Recorded: 28 May 2003
Government regulation over science is very complicated. There are some government regulations on science, which I think are absolutely appropriate and essential. Chief among those is the activities of the Food and Drug Administration. Imagine if there were no Food and Drug Administration. Under those circumstances people would sell stuff like snake oil whether it worked or it didn’t. People would die of cancer because they would instead of using efficacious treatments, they would use the most heavily advertised treatments the way you’d use hair oil. That kind of thing clearly is the proper aim of government includes protecting the population from that kind of exploitation.
So the same is true for safety. The same is true for infrastructure, like roads. There is also an infrastructure of science. And I think that the government, I think appropriately, for example, says that if we give you money you shall publish your results and you shall not hold it in secret except under conditions that we explicitly permit. And so I think all of those things are appropriate. That said, I think that in fact the mania for concerns about the genome have led the government into making regulations, for example, the regulations about genetic privacy which have become so draconian that it’s hard to understand how there will ever be follow-up of studies on genetic influence or just plain treatment response of simple things like drugs because you’re not allowed to ask people to consent in a regular way to be investigated and to have your record followed. So I think that we have problems, but, you know, this is a democracy and eventually those problems will somehow be corrected when people realize the unintended consequences of their enthusiasm. I only wish there was a slightly more rational process but what can you do?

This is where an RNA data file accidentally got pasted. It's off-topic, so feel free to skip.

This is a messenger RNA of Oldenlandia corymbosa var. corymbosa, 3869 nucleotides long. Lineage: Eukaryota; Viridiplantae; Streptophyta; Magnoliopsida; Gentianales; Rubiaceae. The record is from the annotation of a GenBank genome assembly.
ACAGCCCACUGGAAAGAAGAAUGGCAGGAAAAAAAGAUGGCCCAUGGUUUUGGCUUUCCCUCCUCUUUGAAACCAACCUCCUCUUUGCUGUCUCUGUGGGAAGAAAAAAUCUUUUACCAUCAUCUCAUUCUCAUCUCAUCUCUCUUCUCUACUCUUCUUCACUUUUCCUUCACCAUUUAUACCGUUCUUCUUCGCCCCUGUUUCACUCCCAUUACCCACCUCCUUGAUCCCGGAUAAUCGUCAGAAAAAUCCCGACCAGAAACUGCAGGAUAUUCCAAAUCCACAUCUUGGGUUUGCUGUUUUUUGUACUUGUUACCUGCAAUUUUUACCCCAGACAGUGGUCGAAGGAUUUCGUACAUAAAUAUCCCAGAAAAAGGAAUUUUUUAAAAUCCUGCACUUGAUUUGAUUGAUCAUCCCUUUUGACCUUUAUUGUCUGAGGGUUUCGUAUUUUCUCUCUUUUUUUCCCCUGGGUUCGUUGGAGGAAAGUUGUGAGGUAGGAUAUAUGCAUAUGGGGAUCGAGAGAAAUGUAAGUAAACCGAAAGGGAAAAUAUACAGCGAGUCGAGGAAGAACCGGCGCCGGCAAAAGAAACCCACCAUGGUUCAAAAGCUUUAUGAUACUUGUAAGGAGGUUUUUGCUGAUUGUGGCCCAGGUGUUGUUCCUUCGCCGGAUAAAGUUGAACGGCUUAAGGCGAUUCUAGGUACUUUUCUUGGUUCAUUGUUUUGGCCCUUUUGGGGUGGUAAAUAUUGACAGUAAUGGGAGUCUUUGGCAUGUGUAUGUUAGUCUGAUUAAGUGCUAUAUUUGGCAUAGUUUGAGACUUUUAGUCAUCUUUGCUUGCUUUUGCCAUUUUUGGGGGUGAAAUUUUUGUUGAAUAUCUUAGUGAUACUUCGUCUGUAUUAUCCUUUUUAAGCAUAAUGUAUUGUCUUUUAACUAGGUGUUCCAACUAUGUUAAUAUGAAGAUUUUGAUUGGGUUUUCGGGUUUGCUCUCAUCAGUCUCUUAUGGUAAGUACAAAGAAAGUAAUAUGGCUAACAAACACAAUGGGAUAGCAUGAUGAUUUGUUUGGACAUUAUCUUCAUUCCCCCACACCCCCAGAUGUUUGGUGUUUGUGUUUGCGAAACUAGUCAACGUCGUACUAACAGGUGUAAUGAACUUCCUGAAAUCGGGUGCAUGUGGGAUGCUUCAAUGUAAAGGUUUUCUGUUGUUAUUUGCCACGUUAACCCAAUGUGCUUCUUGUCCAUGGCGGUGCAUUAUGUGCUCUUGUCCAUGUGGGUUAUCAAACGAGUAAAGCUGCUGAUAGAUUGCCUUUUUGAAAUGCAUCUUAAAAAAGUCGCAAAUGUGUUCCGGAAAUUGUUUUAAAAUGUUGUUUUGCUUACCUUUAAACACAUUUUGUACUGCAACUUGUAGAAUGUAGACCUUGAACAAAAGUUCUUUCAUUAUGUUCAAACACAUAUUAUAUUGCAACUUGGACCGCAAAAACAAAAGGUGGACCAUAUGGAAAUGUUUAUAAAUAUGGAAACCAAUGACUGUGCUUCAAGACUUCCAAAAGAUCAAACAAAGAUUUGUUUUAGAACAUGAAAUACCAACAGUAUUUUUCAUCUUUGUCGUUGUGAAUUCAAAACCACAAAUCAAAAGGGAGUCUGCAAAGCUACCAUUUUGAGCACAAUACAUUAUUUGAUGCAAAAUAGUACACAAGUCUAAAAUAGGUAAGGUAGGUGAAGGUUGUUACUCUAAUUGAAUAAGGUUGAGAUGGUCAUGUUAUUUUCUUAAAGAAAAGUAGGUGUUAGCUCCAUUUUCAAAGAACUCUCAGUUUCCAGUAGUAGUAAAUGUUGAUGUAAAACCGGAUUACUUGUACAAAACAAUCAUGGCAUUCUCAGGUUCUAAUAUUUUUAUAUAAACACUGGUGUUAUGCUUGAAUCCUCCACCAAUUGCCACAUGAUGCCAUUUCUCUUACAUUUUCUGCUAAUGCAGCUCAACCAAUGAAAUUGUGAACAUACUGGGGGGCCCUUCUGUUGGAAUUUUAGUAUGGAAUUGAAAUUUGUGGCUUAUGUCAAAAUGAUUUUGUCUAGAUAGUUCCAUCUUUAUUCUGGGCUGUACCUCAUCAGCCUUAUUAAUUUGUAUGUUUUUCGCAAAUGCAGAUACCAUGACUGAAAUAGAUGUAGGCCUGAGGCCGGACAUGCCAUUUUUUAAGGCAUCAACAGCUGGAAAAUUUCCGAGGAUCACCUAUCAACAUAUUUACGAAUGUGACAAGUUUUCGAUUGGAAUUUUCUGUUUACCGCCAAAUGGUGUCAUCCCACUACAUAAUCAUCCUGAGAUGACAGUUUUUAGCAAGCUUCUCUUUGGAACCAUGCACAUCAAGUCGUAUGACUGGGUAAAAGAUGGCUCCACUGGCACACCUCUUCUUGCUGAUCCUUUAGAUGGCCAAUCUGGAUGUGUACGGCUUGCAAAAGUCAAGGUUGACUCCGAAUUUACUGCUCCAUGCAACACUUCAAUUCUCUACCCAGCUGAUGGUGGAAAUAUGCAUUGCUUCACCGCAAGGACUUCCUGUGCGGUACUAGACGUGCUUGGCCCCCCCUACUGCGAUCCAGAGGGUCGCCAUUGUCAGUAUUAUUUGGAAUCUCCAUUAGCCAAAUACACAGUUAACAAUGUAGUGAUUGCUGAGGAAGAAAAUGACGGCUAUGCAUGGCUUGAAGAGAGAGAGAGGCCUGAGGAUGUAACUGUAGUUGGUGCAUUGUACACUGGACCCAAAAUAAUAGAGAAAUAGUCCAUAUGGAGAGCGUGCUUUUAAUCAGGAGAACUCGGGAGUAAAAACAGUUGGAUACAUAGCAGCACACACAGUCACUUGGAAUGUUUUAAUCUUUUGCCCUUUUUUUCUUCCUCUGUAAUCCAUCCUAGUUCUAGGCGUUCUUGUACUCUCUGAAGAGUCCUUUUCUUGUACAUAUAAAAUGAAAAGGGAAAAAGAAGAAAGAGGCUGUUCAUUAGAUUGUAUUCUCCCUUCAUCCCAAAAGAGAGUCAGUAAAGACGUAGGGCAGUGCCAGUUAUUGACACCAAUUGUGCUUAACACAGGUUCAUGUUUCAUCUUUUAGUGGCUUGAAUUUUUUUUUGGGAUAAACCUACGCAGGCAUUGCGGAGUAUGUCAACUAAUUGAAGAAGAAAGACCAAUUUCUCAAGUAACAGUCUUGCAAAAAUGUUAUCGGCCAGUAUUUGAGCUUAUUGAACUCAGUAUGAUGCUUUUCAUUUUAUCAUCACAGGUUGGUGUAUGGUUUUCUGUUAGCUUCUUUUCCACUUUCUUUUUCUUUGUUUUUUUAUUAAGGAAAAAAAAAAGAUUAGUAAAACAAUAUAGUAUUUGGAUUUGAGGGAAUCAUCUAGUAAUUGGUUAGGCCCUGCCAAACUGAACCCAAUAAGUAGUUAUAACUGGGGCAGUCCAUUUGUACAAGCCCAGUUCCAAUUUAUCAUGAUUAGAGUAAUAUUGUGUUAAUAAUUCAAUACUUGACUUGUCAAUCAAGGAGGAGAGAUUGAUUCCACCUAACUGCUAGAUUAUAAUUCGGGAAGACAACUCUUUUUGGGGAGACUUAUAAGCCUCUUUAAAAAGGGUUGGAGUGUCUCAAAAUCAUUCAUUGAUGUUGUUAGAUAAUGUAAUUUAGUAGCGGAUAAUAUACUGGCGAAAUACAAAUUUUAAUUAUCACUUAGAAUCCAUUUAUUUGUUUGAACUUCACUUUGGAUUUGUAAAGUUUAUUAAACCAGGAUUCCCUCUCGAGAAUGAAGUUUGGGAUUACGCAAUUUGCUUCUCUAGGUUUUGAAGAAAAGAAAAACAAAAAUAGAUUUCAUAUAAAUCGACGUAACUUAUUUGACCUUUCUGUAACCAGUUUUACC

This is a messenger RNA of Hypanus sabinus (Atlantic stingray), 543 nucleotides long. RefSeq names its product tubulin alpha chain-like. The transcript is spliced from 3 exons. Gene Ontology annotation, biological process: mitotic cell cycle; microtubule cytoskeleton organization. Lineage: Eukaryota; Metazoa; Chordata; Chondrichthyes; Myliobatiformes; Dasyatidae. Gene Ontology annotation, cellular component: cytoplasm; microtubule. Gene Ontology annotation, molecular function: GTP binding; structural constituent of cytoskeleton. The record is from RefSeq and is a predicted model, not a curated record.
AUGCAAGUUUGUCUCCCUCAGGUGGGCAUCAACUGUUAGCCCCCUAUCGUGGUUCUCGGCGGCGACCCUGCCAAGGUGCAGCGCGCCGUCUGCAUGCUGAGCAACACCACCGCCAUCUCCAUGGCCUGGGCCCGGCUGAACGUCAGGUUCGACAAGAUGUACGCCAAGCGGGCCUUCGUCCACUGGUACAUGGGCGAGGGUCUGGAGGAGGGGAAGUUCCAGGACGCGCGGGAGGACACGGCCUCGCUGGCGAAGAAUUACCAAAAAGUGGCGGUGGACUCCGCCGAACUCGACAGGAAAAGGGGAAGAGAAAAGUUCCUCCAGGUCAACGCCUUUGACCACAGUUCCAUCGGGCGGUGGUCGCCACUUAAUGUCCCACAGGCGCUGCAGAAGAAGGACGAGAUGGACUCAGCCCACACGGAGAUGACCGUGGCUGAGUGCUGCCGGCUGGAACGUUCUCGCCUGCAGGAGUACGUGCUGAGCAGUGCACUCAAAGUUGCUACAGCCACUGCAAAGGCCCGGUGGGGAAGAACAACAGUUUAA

David Botstein is a prominent geneticist whose advocacy for gene mapping was crucial in laying the groundwork for the Human Genome Project. Botstein received his Ph.D. from the University of Michigan for his research on bacteriophage synthesis. As a member of the MIT faculty he continued working with phage P22 DNA and discovered many bacterial and yeast genes. He served as Vice President of Science at Genentech before becoming professor at the Stanford School of Medicine where he led in sequencing the first large eucaryotic genome.
On July 1, 2003 he was appointed as Director of the Lewis-Sigler Institute for Integrative Genomics at Princeton University. At Princeton he will continue to expound upon genome projects, explore the relationship between genes within the genome, and uncover how diseases like cancer alter the expression of genes.
Botstein researched at the CSHL while on sabbatical from 1974-1975. At the 1986 CSHL symposium on Human Genetics he played a crucial role in advocating for the Human Genome Project. While serving on the National Research Council Committee he emphasized that money be laid aside to fund the sequencing of other simpler organisms with which the human genome can be compared. Like Jim Watson, he has passionately supported the Human Genome Project since its inception.